<!-- Vue Component -->

<template>
  <v-dialog :fullscreen="$vuetify.breakpoint.mobile">
    ...
  </v-dialog>
</template>

The breakpoint service is dynamic and updates when Vuetify initially boots and when the viewport is resized.

# Breakpoint service object

The following is the public signature for the breakpoint service:

{
  // Breakpoints
  xs: boolean
  sm: boolean
  md: boolean
  lg: boolean
  xl: boolean

  // Conditionals
  xsOnly: boolean
  smOnly: boolean
  smAndDown: boolean
  smAndUp: boolean
  mdOnly: boolean
  mdAndDown: boolean
  mdAndUp: boolean
  lgOnly: boolean
  lgAndDown: boolean
  lgAndUp: boolean
  xlOnly: boolean

  // true if screen width < mobileBreakpoint
  mobile: boolean
  mobileBreakpoint: number

  // Current breakpoint name (e.g. 'md')
  name: string

  // Dimensions
  height: number
  width: number

  // Thresholds
  // Configurable through options
  {
    xs: number
    sm: number
    md: number
    lg: number
  }

  // Scrollbar
  scrollBarWidth: number
}

Access these properties within Vue files by referencing $vuetify.breakpoint.<property>; where <property> corresponds to a value listed in the Breakpoint service object. In the following snippet we log the current viewport width to the console once the component fires the mounted lifecycle hook:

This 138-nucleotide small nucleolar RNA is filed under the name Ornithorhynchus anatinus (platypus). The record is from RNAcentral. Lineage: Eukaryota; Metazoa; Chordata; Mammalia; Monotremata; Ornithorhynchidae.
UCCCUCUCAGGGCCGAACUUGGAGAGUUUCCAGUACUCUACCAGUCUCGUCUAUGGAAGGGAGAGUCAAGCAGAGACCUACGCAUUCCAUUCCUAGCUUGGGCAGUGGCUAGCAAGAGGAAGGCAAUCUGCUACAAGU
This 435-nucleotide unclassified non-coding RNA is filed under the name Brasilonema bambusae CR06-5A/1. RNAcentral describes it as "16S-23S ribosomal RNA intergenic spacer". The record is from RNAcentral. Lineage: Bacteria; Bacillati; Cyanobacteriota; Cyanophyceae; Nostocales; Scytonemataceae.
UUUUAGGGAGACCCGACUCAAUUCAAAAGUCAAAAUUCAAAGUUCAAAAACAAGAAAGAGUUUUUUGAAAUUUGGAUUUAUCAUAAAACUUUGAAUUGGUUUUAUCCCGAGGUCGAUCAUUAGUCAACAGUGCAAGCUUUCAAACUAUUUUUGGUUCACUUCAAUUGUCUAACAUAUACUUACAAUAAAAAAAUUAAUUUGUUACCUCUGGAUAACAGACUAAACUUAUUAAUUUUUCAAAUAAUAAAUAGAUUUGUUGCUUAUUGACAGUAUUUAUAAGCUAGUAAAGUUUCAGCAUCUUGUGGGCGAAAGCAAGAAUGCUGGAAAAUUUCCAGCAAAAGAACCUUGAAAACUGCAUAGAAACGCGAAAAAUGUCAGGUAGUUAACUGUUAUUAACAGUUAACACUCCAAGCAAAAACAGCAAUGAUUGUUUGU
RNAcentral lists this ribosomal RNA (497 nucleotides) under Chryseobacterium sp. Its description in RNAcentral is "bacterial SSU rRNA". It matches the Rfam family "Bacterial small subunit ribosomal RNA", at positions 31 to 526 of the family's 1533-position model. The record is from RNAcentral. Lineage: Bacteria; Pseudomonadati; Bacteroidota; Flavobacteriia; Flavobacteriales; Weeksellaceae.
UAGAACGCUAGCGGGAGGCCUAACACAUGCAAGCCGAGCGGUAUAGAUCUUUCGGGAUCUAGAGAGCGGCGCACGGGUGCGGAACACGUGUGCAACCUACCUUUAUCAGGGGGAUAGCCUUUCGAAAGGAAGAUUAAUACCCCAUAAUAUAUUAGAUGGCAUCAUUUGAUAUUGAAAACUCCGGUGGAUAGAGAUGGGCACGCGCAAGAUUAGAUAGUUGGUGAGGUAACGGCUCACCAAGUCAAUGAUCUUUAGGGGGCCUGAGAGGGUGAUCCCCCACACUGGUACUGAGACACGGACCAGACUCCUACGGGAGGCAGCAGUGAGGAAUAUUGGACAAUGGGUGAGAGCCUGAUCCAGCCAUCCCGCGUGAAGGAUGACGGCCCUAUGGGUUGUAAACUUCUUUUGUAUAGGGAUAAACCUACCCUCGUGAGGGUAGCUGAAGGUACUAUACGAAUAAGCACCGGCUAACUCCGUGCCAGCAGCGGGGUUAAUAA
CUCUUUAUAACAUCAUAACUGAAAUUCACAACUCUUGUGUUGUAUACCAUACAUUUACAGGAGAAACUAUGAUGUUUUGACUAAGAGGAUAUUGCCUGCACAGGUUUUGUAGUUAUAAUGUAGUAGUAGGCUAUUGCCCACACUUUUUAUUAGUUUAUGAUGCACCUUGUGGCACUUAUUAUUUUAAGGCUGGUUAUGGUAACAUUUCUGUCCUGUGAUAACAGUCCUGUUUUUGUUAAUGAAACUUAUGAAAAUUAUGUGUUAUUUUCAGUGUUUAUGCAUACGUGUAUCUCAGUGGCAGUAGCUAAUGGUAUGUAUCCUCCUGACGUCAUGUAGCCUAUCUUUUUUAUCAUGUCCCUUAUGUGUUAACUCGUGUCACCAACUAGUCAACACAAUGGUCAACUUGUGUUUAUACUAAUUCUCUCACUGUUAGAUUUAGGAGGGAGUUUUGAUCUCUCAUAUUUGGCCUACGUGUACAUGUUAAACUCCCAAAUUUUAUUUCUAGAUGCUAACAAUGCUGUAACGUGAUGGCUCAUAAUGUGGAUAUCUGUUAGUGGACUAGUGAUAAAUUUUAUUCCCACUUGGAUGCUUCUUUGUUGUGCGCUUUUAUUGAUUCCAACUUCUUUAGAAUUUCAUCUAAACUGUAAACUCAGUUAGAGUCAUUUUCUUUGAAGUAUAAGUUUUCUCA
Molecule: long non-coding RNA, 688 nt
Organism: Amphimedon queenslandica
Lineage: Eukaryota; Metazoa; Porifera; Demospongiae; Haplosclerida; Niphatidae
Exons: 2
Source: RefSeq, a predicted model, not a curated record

<!-- Vue Component -->

<script>
  export default {
    mounted () {
      console.log(this.$vuetify.breakpoint.width)
    }
  }
</script>

While the $vuetify object supports SSR (Server-Side Rendering) including platforms such as NUXT, the breakpoint service detects the height and width values as 0. This sets the initial breakpoint size to xs and in some cases can cause the layout to snap in place when the client side is hydrated in NUXT. In the upcoming section we demonstrate how to use boolean breakpoint values in the template and script tags of Vue components.

# Breakpoint conditionals

The breakpoint and conditional values return a boolean that is derived from the current viewport size. Additionally, the breakpoint service mimics the Vuetify Grid naming conventions and has access to properties such as xlOnly, xsOnly, mdAndDown, and others. In the following example we change the minimum height of v-sheet to 300 when on the extra small breakpoint and only show rounded corners on extra small screens:

<!-- Vue Component -->

<template>
  <v-sheet
    :min-height="$vuetify.breakpoint.xs ? 300 : '20vh'"
    :rounded="$vuetify.breakpoint.xsOnly"